General Dynamics Corp. is poised to begin delivering the first batch of new trucks for U.S. Special Operations Command, an official said.
The Falls Church, Virginia-based tank-maker plans to deliver in December nine of its ultra-light-duty, four-wheeled vehicles called the Flyer 72 (for its 72-inch width). The truck was on display this week at an Army conference in Washington, D.C., and resembles a super-sized dune buggy armed with machine guns.
General Dynamics, which also makes the Army’s M1 Abrams tank, last year won a contract potentially worth $562 million over several years to build 1,300 of the trucks as part of a program called the Ground Mobility Vehicle to replace the Special Operations Command’s Humvee fleet.
The truck can carry seven passengers, weighs about 4,500 pounds and is small enough to be transported by a CH-47 Chinook helicopter and C-130 cargo plane, according to Sean Ridley, who manages light tactical vehicle programs for General Dynamics’ ordnance and tactical systems unit.
The vehicle on display was configured for a mission to secure an airport or airfield, Ridley said. “Seven guys. Lots of guns. They’re dropping in and securing an airfield,” he said on Wednesday during the third and final day of the annual conference in Washington, D.C., organized by the Association of the United States Army, an Arlington, Virginia-based advocacy group.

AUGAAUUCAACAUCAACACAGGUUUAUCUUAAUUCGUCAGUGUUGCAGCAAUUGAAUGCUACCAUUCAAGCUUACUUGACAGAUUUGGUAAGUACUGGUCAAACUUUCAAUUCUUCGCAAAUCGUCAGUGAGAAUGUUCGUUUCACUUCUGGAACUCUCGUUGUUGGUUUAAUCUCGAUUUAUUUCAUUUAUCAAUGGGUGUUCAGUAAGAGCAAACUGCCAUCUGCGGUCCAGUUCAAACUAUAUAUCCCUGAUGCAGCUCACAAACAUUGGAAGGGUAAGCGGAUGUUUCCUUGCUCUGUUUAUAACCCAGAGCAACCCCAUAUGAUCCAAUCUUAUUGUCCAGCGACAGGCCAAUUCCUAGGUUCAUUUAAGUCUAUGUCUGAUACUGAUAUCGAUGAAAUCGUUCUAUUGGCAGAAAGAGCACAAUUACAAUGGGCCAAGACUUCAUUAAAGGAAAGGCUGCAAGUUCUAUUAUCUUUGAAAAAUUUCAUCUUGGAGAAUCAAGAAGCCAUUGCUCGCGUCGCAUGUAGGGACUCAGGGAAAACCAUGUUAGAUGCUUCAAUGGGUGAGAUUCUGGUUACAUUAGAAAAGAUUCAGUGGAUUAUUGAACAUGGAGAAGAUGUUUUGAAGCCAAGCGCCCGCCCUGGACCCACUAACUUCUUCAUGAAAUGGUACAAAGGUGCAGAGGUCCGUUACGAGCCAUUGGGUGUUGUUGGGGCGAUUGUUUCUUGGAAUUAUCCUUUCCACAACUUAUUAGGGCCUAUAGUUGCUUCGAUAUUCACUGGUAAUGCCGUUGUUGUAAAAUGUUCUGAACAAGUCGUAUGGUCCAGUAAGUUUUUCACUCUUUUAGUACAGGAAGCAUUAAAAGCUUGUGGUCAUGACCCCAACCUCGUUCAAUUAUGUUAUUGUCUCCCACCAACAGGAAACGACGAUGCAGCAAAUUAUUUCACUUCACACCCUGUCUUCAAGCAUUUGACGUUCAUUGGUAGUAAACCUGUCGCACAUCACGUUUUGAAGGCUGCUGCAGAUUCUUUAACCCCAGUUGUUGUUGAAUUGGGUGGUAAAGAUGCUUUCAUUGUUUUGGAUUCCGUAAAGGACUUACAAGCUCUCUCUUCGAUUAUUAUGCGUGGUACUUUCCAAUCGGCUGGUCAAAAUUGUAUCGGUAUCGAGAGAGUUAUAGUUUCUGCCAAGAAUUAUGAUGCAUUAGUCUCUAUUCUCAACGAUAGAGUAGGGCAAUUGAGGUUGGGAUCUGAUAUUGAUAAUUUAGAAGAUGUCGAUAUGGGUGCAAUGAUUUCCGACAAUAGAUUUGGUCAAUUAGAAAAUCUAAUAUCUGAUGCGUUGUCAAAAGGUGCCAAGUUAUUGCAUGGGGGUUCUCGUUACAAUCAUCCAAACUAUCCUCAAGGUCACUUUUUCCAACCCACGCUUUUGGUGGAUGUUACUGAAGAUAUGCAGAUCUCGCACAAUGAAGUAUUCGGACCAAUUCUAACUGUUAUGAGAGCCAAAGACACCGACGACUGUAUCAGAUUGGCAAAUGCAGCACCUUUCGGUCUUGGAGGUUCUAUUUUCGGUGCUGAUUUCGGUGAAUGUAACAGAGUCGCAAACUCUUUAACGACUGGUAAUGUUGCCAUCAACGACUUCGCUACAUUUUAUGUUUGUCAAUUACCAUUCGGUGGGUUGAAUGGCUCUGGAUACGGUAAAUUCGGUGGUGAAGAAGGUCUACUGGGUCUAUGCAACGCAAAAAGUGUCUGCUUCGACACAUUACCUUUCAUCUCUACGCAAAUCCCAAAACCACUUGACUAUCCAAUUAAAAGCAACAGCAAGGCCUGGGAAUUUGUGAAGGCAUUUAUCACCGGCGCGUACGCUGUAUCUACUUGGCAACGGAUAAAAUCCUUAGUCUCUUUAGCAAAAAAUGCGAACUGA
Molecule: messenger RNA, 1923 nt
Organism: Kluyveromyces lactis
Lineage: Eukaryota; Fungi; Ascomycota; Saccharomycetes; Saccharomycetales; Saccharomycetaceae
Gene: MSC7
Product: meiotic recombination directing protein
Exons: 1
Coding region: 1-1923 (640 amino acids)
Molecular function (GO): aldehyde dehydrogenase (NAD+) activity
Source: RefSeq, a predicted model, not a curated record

SOCOM also bought some thinner, 60-inch-wide versions of the vehicle called the Flyer 60, which can be transported inside a V-22 Osprey, for a separate acquisition program.
“We took all of the history, all of the lessons learned from that narrow 60-inch vehicle, brought it into the 72-inch-wide vehicle and now those two vehicles share an enormous amount of commonality — they both have the same engine, they both support the same suspension, transmission, electrical,” Ridley said.
The Army could potentially save billions of dollars in sustainment costs over the long-term by using the Flyer for programs under consideration, including the Ultra Light Combat Vehicle and the Light Reconnaissance Vehicle, he said. The Flyer can be modified to carry nine soldiers, he said.
“Traditionally, SOCOM has received vehicles from the Army,” he said. “If the Army pursues the ULCV and the LRV and they take off and become programs of record, now all they have to do is buy vehicles from SOCOM. SOCOM has now paid for development. They’ve established a logistics base. And now the Army is going to get the benefit of a vehicle that’s already been certified.”
After delivering the nine test vehicles in December, the company will build 72 more of the trucks as part of low-rate initial production beginning in May, Ridley said. Pending further approval, the company would then transition into full-rate production, he said. The work will take place at the company’s facility in Anniston, Alabama, he said.
SOCOM now uses a version of the iconic Humvee, which entered Army service in 1985 and whose vulnerability to roadside blasts was exposed during the U.S.-led wars in Iraq and Afghanistan.
(Story was updated to clarify the version of Flyer on display and correct the type of aircraft that can it can be transported in.)